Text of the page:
PTUA launches Connecting Ballarat proposal
The Public Transport Users Association (PTUA) has launched an ambitious policy document, “Connecting Ballarat”, which calls for dramatic improvements to Ballarat’s bus network.
Ballarat’s bus network currently has a lot of problems with indirect, inefficient routes through the CBD, which turn back on themselves in order to call at key destinations in a specific order, and terminate at Ballarat station. These paths waste valuable driver time, which is an inefficient use of taxpayer resources compared to more efficient paths. They’re also slow and hard for casual users to understand, which makes them unattractive to potential passengers.
The central idea of the Connecting Ballarat proposal is to link routes on opposite sides of Ballarat together into longer cross-town routes, so that buses can flow smoothly in one side of the CBD and out the other, in a path that is faster, more efficient and more sensible than the current paths. This would mean faster trips for passengers, a more understandable network for first-time users, and more efficient use of resources – resources that can be reinvested into other service improvements.
Three of these routes would become high-frequency SmartBus routes – fast, direct routes that run every ten minutes, designed to act as the spine of a true turn-up-and-go network for Ballarat. The other routes would increase to run every 20 or 40 minutes, to match the increased V/Line train frequencies expected from late 2019.
Buses would also run to a longer span of hours, connecting with commuter trains in the early mornings and late evenings, and allowing people travelling within Ballarat to take the bus home after dinner at a restaurant or a night at the movies.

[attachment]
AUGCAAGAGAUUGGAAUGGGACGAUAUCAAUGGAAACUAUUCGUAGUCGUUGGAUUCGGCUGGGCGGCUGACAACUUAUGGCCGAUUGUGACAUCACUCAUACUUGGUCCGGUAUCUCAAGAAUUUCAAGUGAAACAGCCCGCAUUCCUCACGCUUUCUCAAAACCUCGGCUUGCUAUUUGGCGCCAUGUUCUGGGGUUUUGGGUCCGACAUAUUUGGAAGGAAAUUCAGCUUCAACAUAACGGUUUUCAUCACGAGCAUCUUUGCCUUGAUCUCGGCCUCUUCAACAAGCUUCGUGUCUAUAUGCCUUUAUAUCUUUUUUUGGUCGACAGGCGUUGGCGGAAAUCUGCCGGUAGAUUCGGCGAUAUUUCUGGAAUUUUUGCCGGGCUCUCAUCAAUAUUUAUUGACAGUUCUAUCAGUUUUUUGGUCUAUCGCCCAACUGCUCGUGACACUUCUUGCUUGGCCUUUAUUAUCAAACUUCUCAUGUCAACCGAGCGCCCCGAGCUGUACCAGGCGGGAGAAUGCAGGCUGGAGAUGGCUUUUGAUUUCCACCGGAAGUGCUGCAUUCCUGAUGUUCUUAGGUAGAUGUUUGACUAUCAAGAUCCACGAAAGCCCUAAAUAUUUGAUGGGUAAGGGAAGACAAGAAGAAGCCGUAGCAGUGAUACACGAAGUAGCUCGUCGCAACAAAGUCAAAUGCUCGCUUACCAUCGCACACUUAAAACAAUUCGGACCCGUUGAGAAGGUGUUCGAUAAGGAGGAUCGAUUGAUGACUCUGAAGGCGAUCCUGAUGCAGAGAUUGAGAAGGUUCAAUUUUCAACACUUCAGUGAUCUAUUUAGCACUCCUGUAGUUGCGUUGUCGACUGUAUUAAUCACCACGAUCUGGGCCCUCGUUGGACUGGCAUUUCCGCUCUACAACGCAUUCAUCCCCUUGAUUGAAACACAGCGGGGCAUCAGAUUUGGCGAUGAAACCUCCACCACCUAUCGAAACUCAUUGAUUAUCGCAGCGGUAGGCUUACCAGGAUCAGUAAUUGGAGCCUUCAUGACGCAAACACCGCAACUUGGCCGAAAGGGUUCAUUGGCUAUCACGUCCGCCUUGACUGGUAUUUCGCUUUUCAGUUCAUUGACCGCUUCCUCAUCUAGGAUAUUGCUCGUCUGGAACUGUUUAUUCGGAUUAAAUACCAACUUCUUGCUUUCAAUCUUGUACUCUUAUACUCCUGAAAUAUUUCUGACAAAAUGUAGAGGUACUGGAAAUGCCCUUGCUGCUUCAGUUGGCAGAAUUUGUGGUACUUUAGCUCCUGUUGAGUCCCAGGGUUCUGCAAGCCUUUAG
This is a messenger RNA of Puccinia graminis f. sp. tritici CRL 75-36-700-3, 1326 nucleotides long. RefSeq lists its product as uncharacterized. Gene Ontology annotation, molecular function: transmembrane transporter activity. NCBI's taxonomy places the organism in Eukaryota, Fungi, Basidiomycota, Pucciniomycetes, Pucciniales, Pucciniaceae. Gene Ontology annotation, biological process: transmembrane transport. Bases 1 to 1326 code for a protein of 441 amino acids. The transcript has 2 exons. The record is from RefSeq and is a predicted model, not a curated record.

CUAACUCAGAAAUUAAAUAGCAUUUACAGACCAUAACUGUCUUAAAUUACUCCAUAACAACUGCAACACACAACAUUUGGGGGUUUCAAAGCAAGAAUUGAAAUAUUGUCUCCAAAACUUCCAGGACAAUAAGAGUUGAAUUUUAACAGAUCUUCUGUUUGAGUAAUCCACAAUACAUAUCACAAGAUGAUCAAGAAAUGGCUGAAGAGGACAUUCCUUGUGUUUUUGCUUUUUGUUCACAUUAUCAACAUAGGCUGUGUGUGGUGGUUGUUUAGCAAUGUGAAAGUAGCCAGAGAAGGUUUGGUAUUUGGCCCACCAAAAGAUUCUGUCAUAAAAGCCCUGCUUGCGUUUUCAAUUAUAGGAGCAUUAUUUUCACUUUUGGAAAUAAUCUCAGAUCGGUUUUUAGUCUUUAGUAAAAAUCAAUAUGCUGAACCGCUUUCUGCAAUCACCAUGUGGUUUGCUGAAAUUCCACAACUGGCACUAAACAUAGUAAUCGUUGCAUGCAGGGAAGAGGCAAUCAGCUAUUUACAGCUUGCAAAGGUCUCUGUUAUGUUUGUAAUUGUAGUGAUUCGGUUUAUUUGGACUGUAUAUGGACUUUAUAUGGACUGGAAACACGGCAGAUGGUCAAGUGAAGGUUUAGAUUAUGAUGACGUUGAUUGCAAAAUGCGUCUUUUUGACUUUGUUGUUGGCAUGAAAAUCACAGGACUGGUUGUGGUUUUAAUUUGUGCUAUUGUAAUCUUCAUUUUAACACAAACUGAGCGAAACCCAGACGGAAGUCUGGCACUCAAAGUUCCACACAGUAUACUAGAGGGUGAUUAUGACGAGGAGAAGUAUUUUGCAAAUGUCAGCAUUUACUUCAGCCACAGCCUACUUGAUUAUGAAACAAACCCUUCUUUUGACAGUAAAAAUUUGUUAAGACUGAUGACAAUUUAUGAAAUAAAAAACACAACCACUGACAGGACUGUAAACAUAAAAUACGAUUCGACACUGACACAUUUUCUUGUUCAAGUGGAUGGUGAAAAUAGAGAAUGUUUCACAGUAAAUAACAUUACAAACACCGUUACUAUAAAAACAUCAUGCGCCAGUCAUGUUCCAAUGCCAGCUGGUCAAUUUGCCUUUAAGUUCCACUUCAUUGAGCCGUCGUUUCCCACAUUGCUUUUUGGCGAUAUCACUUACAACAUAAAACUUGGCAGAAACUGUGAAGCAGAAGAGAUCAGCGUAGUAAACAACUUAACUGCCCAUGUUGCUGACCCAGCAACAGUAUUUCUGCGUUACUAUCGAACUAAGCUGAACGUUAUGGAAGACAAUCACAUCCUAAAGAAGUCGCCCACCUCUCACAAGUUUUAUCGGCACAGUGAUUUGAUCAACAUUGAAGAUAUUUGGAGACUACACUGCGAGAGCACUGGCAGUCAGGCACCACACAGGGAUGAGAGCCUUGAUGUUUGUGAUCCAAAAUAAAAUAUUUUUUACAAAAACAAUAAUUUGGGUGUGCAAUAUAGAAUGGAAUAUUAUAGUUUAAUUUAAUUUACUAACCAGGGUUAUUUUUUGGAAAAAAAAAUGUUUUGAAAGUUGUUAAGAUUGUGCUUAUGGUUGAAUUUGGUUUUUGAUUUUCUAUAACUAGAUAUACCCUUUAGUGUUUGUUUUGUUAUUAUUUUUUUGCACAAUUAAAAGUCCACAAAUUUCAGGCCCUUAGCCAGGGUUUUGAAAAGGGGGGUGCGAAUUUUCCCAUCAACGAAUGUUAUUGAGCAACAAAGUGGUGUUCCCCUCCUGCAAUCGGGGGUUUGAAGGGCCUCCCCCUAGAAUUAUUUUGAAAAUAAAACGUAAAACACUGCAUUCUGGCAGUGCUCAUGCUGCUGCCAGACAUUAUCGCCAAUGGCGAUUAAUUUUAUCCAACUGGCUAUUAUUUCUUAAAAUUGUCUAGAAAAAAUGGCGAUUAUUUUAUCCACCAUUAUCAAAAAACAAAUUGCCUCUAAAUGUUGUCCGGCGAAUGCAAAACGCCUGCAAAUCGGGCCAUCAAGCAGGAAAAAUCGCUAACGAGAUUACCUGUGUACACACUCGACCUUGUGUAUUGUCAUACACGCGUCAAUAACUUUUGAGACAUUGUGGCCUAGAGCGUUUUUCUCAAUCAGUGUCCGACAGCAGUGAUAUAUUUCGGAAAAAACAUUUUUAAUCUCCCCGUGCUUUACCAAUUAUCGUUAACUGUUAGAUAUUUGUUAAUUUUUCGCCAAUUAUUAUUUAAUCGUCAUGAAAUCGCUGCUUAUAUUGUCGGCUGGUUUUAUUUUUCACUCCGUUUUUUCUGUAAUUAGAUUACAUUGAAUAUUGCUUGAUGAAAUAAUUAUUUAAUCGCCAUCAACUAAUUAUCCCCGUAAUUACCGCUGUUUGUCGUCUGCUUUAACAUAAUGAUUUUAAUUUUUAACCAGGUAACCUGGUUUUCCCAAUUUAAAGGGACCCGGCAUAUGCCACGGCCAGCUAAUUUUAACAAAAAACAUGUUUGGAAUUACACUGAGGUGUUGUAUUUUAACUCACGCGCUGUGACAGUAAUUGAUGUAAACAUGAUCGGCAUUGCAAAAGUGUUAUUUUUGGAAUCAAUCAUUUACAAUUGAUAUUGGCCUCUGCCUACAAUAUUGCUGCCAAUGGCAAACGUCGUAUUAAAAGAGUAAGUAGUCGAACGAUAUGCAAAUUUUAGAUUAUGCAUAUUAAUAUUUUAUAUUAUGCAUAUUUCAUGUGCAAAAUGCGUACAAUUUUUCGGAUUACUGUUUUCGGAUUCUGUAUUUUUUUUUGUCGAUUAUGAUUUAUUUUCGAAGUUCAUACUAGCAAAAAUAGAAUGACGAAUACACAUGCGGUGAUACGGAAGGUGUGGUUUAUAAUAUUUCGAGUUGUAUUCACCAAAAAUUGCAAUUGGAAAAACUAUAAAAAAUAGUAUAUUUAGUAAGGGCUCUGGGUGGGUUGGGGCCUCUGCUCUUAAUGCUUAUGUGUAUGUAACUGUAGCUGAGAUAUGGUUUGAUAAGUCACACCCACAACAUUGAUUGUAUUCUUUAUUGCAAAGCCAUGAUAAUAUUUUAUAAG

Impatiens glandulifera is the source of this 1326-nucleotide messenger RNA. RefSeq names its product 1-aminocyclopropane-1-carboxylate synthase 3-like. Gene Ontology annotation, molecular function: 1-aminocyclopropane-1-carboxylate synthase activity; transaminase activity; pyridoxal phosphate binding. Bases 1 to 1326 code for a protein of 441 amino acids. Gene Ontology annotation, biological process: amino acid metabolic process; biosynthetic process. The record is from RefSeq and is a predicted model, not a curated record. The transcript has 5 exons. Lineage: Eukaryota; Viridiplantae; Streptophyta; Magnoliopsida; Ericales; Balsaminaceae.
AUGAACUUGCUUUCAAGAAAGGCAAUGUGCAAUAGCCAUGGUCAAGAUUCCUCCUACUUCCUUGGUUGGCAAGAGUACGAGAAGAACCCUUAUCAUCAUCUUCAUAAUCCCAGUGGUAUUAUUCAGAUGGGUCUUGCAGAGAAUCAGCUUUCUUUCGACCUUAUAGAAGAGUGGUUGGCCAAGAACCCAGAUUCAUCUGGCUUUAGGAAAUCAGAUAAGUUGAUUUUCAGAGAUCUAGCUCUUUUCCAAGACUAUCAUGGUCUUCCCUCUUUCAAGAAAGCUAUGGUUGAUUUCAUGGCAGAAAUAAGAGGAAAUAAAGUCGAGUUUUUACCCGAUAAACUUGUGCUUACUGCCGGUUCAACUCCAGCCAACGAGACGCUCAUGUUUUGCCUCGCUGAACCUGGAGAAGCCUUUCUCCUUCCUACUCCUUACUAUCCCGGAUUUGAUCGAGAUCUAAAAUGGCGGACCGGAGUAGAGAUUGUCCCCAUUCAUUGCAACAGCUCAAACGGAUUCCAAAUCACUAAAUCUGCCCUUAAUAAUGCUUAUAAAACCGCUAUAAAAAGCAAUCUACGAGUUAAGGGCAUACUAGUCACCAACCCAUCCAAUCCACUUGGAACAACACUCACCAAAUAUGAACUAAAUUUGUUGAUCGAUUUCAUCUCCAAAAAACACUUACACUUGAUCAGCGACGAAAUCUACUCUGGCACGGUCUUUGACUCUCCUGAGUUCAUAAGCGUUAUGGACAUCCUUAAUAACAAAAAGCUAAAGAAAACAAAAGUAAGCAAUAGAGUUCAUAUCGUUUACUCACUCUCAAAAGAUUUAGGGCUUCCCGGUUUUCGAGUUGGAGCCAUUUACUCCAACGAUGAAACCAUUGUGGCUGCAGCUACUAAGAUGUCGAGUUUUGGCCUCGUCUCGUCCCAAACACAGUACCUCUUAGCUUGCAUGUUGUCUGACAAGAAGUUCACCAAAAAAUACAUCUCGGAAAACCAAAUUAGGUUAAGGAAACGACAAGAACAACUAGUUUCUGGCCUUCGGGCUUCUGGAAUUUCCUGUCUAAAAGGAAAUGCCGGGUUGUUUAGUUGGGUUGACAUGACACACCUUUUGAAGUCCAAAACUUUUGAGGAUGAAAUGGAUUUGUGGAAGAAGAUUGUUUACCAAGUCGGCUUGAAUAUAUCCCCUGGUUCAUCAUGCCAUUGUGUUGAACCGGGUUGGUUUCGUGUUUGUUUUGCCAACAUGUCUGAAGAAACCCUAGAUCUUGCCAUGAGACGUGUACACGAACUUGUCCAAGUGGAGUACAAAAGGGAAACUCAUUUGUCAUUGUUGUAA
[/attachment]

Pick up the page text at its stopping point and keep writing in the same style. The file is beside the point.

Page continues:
PTUA Ballarat Branch Convener, Ben Lever, said this was in many ways an ambitious proposal, but that it also picked a lot of low-hanging fruit.
“We know the existing network has a lot of inefficiencies, both in the twisty paths it takes and the excessively-padded timetables. Not only are these inefficiencies frustrating for users, they take up a lot of resources that would be better spent on improving the service – that’s what we’re proposing here.”
“Beyond those efficiency gains, we’re calling on all political parties to invest some serious money into our bus network. Low-density outer suburbs of Melbourne have high-frequency SmartBuses running through them, connecting key destinations like shopping centres and universities with railway stations – Ballarat deserves the same. Even the standard non-SmartBus routes run till at least 9pm in most suburbs of Melbourne, while Ballarat’s buses currently shut down around 7pm – it’s just not good enough.”
“We’ve seen time and time again that when governments invest in good public transport, people use it. Whether it’s trains, trams or buses – if governments provide a fast, frequent and direct service all through the day, people flock to it. And on the other side of the coin, where services are slow, indirect and infrequent, it’s not surprising that very few people us them. Buses don’t have to be the poor cousin of trains, and we see plenty of examples around the world where they aren’t – even in Australia, cities like Brisbane and Sydney have several fast, direct bus routes with priority measures that make them perform a similar role to Melbourne’s trams.”
“If we want to reduce pressure on parking and help fight climate change, we need to get people out of their cars and onto public transport – and to do that we need to see serious investment in a high-quality service.”